Two weeks into practicing social distancing due to the COVID-19 pandemic, I caved and had a drink.
Relapsing was shameful ― but I felt I had an excuse. I had memorized all of the trivia cards in my deck and had done all of the puzzles at my house. Drinking gave me a sense of relief that no game of Cards Against Humanity or episode of “Tiger King” could provide.
About a year earlier, I’d gone through a breakup that was directly caused by my drinking. My partner and I had been fighting about the way I behaved when I drank. My constant need to fulfill cravings for alcohol ruined our outings. We only dated for six months, but my decline was rapid. My partner could see the way addiction changed my behavior and attitude in a matter of weeks.
Along the way, I also had been shedding friends. From getting carried out of clubs to starting petty arguments with strangers, my erratic behavior scared off a lot of my friends because I didn’t just put myself at risk, I would put everyone around me in risky situations.
I was unreliable and started canceling or showing up late to events. I would rather spend time alone, surfing the internet and drinking by myself. My friends started to give up on me.
After my partner and I broke up, going home with men I had just met — while drunk — became a regular habit. I would leave my friends in the blink of an eye for men I had met 20 minutes before. I would skip out on birthday dinners or work celebrations to get drunk and swap stories with regulars at local bars. The bubbly, playful person I once was had been transformed into a selfish, mean drunk.
Alarmed by losing my relationship and my increasing distance from friends, I sought out a 30-day treatment program. Afterward, I started regularly attending 12-step meetings. I stayed sober for 7½ months.
Before quarantine, I felt I had finally become grounded in my sobriety. I had just reestablished trust with family and friends. I made amends with several friends who had seen me at my worst. I could finally see myself staying sober and being happy that way.
But the isolation of living in quarantine made my obsession with alcohol worse. It was 10 days into quarantine when I ordered a bottle of Sauvignon Blanc and drank the whole thing.
I was using the alcohol to distract myself — from the fear that loved ones would die; from the fear that I would lose my job and might not be able to get another one; from the fear that hospitals were going to run out of their limited supplies.
I usually call my sponsor when I get the desire to drink. This time, I made the mistake of calling her after I made the choice to drink. She advised me to take it one day at a time. She told me stories of people whose lives had been ruined by relapse and reminded me that by drinking, I was only making things worse.
Despite her advice, I kept drinking. A few days a week, I would order craft beers from exotic locations to make it seem as if I cared about the taste. In reality, I was using the alcohol to distract myself — from the fear that loved ones would die; from the fear that I would lose my job and might not be able to get another one; from the fear that hospitals were going to run out of their limited supplies.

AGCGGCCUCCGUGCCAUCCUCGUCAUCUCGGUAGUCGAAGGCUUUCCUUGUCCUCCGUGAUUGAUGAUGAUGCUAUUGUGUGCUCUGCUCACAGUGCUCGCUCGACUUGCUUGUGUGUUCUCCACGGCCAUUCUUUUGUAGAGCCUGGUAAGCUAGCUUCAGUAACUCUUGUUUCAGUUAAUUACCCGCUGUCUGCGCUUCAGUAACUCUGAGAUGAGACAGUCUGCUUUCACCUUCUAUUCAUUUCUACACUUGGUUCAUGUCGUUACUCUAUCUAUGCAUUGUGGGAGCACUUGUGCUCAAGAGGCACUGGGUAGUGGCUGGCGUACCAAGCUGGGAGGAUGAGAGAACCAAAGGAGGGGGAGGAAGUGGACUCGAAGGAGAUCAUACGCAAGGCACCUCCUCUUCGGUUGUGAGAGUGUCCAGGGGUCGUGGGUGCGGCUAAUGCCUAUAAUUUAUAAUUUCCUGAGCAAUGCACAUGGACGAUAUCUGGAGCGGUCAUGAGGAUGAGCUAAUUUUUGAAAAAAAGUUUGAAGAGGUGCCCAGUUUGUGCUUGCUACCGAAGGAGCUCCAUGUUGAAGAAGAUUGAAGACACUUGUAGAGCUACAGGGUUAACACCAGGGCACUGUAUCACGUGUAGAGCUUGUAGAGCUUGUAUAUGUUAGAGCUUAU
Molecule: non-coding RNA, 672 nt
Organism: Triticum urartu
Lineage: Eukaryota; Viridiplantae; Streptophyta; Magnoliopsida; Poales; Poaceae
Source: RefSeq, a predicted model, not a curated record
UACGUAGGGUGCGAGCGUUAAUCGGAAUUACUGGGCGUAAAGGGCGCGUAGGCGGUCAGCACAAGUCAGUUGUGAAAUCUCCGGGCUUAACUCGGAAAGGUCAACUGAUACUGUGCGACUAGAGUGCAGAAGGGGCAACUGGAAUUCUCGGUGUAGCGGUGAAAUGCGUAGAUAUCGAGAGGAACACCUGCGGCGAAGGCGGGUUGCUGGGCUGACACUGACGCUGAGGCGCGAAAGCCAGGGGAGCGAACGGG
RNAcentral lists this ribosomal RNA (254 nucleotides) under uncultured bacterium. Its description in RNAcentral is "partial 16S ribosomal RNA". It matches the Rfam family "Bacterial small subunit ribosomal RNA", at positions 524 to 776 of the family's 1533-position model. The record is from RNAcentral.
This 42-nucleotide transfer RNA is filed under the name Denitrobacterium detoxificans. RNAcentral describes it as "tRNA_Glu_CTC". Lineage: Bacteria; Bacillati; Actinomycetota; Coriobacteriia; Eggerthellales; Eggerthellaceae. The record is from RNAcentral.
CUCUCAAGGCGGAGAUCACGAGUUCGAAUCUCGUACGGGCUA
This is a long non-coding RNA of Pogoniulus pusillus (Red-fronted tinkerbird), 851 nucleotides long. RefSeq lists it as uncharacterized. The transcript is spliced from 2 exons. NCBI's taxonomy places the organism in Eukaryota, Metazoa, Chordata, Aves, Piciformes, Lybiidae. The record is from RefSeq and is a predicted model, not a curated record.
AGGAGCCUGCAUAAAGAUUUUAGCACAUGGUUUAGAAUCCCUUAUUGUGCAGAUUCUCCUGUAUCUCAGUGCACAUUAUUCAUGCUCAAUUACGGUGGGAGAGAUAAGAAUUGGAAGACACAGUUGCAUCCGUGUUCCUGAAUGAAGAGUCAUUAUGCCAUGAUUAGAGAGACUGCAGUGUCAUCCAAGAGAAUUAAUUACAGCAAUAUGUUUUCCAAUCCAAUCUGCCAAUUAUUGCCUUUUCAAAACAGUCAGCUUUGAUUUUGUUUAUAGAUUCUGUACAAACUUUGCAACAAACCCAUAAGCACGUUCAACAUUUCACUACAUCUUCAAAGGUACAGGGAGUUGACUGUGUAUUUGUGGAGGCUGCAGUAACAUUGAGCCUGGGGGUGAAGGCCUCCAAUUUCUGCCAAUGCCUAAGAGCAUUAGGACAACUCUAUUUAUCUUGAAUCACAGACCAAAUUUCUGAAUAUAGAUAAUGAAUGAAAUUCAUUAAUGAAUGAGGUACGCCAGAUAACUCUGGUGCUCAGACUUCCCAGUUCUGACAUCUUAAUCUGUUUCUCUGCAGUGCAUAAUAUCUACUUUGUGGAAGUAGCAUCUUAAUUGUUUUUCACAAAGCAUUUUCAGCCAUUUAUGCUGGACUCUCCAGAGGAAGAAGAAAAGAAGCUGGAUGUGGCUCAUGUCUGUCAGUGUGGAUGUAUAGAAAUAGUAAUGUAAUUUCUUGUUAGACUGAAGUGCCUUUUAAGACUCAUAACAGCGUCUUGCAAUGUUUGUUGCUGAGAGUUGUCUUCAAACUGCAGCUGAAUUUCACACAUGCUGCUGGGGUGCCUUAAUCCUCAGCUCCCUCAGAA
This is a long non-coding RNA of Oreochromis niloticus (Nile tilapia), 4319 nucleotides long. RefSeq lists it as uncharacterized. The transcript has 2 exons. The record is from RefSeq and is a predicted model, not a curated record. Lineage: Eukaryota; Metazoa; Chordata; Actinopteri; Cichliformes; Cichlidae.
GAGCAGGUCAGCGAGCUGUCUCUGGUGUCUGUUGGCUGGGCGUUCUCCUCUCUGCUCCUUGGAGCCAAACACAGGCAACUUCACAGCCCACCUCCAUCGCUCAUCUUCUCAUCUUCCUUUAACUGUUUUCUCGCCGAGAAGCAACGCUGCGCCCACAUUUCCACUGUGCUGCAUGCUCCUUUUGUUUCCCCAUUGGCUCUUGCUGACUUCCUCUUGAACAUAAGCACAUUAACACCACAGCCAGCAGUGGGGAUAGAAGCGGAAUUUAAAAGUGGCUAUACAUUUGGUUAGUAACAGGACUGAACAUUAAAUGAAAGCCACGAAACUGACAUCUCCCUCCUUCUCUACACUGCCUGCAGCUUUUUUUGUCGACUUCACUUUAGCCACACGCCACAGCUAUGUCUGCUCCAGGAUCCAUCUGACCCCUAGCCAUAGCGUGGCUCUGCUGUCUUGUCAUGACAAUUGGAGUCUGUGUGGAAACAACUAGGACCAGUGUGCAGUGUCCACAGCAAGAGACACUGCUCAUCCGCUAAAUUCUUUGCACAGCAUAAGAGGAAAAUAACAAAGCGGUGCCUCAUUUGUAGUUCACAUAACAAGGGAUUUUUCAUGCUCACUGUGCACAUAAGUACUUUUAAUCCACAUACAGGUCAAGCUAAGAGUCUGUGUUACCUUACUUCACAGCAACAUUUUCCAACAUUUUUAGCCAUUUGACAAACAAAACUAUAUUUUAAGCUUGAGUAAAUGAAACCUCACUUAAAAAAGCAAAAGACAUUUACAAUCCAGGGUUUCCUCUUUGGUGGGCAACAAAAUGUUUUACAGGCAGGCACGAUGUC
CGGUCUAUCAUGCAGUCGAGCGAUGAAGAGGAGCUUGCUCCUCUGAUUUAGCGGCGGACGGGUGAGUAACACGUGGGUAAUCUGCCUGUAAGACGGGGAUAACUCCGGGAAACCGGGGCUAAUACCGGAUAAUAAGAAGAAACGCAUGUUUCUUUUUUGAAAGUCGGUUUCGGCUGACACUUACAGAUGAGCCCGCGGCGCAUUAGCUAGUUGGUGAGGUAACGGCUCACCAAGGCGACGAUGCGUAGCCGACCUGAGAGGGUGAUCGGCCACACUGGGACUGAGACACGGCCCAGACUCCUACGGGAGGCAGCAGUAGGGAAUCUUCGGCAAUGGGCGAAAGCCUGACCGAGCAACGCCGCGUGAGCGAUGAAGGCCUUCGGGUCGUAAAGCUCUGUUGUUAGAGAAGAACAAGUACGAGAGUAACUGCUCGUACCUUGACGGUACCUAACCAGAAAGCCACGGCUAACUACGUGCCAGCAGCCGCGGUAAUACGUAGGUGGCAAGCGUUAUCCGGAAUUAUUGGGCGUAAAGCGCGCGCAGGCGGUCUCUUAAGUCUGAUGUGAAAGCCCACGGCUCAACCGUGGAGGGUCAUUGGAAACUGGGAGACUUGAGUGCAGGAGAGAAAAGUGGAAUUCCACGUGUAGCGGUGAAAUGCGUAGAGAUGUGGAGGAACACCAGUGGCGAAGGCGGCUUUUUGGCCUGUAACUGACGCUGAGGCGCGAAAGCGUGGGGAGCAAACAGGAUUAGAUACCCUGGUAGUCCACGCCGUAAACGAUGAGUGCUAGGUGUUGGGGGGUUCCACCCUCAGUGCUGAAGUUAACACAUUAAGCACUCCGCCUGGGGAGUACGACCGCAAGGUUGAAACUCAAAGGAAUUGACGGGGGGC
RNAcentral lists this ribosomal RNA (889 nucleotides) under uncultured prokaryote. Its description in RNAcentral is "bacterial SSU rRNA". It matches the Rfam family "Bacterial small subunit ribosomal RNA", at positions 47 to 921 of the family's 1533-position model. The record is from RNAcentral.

When I first started drinking again, I was under the illusion that I had regained a sense of control. Unlike my previous experience with alcohol, I would start with a glass or two of wine, and then stop drinking. I felt like I had won the lottery when I was able to drink like a normal person.
That quickly changed. Each time I drank, the amount of alcohol I consumed grew.
I soon spiraled into classic alcoholic behavior. I overslept and stopped attending Zoom meetings. I began to put off work, exercise and socialization. I started to lie to family and friends who asked about my sobriety. I would order alcohol from Postmates and hide it under sweatshirts and blankets when sneaking it into my parents’ house, where I was quarantining. A collection of empty wine bottles began to pile up in my closet. I brushed it all off as stress from social distancing.
When another scientist or political figure surmised how long we were going to remain inside, I comforted myself with “just one more drink.” Each time I prepared myself a cold glass of wine, it was an event that I looked forward to —and relied on — for my happiness. A month into quarantine, I finished an entire bottle of wine by the end of a coronavirus news report.
I relapsed in quarantine because I was afraid of what was going to happen to me, the people I love, and the rest of the world in the wake of an international pandemic. The world feels like a scarier place than it used to be. It felt like alcohol was helping me cope with my fear, but actually, it was making everything worse.
Today I have set a routine for myself that has helped me stay sane and cut back on drinking significantly, but I continue to struggle with the occasional relapse. I go for a walk, read poetry, do a puzzle, or call my sponsor. But it does not fully take away the craving to drink. I am encouraged to do Zoom meetings, but for me, virtual meetings cannot replace the camaraderie that comes with getting in a circle and saying “keep coming back.” I speak to my sponsor every day, who understands why I have such a strong desire to drink amid a crisis like this one.
But I also still have the desire to stop drinking. In the coming months, I will continue to try to adapt to this new way of life ― while staying sober. Because while I can’t change the uncertainty of the world during the COVID-19 pandemic, I can change how I deal with it.
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